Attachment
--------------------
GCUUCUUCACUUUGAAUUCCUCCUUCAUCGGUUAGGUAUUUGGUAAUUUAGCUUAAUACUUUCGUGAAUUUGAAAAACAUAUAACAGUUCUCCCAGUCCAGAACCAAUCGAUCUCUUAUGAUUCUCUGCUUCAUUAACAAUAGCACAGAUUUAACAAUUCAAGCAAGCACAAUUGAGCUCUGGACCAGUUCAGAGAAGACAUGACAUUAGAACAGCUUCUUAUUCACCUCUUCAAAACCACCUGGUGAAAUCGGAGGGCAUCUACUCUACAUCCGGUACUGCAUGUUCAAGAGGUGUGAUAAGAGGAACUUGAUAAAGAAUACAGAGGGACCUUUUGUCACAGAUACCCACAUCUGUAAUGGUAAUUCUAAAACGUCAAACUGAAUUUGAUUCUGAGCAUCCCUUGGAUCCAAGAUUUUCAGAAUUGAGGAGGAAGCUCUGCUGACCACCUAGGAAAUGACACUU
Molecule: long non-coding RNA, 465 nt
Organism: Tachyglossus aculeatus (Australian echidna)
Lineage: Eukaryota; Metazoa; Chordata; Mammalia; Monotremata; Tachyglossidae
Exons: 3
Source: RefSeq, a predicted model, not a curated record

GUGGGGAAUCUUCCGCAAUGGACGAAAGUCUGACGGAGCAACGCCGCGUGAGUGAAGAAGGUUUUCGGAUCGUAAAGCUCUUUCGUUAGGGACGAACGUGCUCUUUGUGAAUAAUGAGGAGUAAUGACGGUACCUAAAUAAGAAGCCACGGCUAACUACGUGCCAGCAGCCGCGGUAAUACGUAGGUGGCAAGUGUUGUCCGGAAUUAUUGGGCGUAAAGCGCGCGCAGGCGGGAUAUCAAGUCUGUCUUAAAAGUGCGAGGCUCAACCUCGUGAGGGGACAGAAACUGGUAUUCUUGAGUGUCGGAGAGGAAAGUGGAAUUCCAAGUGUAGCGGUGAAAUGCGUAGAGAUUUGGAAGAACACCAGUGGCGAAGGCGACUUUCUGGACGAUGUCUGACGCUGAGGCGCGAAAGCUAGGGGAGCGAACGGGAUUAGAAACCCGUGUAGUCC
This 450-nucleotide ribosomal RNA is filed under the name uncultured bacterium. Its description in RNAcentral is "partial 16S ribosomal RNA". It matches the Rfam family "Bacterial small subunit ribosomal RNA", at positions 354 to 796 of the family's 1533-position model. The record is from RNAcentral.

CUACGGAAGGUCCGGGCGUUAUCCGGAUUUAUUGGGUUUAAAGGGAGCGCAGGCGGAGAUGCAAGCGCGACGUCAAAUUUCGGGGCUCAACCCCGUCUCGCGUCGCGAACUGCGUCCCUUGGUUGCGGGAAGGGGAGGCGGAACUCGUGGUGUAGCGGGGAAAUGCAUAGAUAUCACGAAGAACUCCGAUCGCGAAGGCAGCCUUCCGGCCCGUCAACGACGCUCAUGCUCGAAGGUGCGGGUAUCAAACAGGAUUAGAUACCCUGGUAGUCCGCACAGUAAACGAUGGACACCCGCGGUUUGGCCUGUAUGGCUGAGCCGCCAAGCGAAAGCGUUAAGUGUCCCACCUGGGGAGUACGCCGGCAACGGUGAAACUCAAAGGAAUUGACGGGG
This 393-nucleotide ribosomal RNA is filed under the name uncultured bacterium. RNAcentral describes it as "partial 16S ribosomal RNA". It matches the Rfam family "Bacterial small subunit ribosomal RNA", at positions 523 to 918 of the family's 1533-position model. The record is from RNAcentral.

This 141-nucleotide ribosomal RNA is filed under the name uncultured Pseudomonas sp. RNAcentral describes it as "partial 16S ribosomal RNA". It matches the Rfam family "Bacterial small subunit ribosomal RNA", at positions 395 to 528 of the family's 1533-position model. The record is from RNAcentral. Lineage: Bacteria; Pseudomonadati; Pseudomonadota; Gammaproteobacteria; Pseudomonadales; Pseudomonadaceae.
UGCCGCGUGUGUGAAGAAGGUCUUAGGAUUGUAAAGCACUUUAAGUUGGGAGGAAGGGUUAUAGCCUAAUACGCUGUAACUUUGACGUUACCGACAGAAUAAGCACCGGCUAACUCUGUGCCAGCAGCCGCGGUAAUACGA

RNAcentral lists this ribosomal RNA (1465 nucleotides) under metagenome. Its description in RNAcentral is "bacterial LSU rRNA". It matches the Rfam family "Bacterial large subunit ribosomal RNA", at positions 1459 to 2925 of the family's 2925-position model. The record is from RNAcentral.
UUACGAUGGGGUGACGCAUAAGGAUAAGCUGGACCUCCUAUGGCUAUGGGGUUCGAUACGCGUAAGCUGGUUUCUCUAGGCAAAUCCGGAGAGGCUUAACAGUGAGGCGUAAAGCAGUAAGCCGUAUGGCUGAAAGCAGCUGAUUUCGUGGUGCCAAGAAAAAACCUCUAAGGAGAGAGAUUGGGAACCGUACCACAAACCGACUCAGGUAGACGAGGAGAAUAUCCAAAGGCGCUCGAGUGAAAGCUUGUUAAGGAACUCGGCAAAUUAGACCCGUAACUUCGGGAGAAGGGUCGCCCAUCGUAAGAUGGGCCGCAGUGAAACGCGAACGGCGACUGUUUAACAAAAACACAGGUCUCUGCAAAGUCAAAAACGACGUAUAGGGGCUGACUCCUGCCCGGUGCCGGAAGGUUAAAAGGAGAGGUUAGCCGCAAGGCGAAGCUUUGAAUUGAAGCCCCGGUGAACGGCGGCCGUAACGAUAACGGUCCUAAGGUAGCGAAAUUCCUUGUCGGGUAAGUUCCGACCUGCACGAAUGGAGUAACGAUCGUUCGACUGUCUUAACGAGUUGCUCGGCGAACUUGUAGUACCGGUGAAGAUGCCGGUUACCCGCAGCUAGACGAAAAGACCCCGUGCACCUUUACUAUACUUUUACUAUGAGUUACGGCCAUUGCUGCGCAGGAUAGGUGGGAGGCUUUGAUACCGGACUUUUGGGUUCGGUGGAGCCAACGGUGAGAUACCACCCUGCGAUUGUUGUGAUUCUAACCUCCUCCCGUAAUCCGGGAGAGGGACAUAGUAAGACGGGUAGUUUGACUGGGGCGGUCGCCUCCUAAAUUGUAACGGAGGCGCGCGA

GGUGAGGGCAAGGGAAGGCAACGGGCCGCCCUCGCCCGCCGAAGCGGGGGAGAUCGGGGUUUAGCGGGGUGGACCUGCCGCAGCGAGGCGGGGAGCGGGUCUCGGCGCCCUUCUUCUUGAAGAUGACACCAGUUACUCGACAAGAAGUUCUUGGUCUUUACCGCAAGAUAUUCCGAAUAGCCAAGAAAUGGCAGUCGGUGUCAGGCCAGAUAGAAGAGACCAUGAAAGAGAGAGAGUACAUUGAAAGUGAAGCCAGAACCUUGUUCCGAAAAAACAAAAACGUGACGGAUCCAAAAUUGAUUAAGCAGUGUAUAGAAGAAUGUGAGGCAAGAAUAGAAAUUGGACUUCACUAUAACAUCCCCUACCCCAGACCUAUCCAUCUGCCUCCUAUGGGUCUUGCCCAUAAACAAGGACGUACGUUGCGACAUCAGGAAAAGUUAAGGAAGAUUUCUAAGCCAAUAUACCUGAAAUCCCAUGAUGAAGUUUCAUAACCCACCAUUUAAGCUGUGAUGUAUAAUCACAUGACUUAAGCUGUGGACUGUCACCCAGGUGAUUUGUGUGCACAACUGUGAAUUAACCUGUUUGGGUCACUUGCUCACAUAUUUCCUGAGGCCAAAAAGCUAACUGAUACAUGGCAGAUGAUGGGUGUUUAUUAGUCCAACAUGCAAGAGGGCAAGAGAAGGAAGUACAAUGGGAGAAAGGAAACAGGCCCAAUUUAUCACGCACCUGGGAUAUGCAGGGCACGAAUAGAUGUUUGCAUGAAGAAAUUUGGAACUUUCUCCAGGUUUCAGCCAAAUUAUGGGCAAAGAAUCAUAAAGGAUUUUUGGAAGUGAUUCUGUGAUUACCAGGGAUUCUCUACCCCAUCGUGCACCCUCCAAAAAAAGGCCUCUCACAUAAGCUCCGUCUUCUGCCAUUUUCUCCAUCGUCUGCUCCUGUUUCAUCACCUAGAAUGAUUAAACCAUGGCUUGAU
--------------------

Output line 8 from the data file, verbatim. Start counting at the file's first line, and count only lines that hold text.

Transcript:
This 450-nucleotide ribosomal RNA is filed under the name uncultured bacterium. Its description in RNAcentral is "partial 16S ribosomal RNA". It matches the Rfam family "Bacterial small subunit ribosomal RNA", at positions 354 to 796 of the family's 1533-position model. The record is from RNAcentral.